For those who identify as carnivorous, consuming a perfectly cooked piece of meat is a kind of primal, almost holy experience.
And of the many people who worship at the altar of barbecue, Jack Timmons is a particularly devout follower.
“Barbeque is like the most soulful of soul foods,” says Timmons, owner of Jack’s BBQ. In April, the popular Seattle-based restaurant brand expanded north to Bellingham, opening a spot in the former Copper Hog location at 1327 North State Street.
Since firing up its smokers, business has been steady, with folks hungry for a menu ranging from barbecue breakfast tacos to prime rib dinners. The Bellingham Jack’s BBQ also features a bar full of tasty cocktail offerings to go along with its selection of meats, made-from-scratch sides, and to-die-for desserts.
“The neighborhood’s delighted that we’re here,” Timmons says. “Good barbeque is not an overserved product on the West Coast.”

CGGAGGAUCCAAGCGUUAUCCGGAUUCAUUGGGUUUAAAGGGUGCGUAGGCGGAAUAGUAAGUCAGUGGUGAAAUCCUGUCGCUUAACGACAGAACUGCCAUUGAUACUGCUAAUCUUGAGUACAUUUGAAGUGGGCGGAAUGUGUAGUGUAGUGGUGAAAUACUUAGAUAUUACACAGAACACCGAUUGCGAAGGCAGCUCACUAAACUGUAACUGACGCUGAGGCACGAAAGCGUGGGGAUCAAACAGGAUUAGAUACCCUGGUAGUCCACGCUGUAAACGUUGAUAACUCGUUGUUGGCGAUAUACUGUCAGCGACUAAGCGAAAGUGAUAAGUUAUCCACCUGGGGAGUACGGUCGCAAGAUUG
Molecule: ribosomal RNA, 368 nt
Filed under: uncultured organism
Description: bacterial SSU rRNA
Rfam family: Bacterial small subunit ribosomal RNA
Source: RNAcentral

Low and Slow
Timmons, 61, grew up in Dallas, Texas.
He graduated from Texas A&M University with an electrical engineering degree and spent decades working in aerospace and with microprocessor software systems, including stints with Boeing and Microsoft. He’s lived in Europe, been a movie producer, and once worked on a space shuttle project for NASA.
But what stands out most about Timmons is just how much he loves brisket.
In fact, Seattle Met magazine once called him “The Brisket King.” Even the license plate number of his personal vehicle is “BRISKET.”
“When you do a really good brisket, like we do, it just comes out like butter,” he says. “You don’t really need barbecue sauce, because it’s such a good, delicious cut of meat.”
A brisket, Timmons explains, is among the most complicated pieces of meat one can cook. Instead of protecting the stomach of a steer like a tenderloin or ribeye cut, a brisket is comprised of two overlapping muscles in the steer’s chest.
The muscles are tight and well-worked, made of thick fibers surrounded by a netting of collagen. Slow-cooking a brisket at low temperature turns that collagen into gelatin and renders the meat tender. Cook it too fast, however, and the netting shrinks and squeezes the meat fibers, in turn squeezing out moisture and leaving a dry brisket.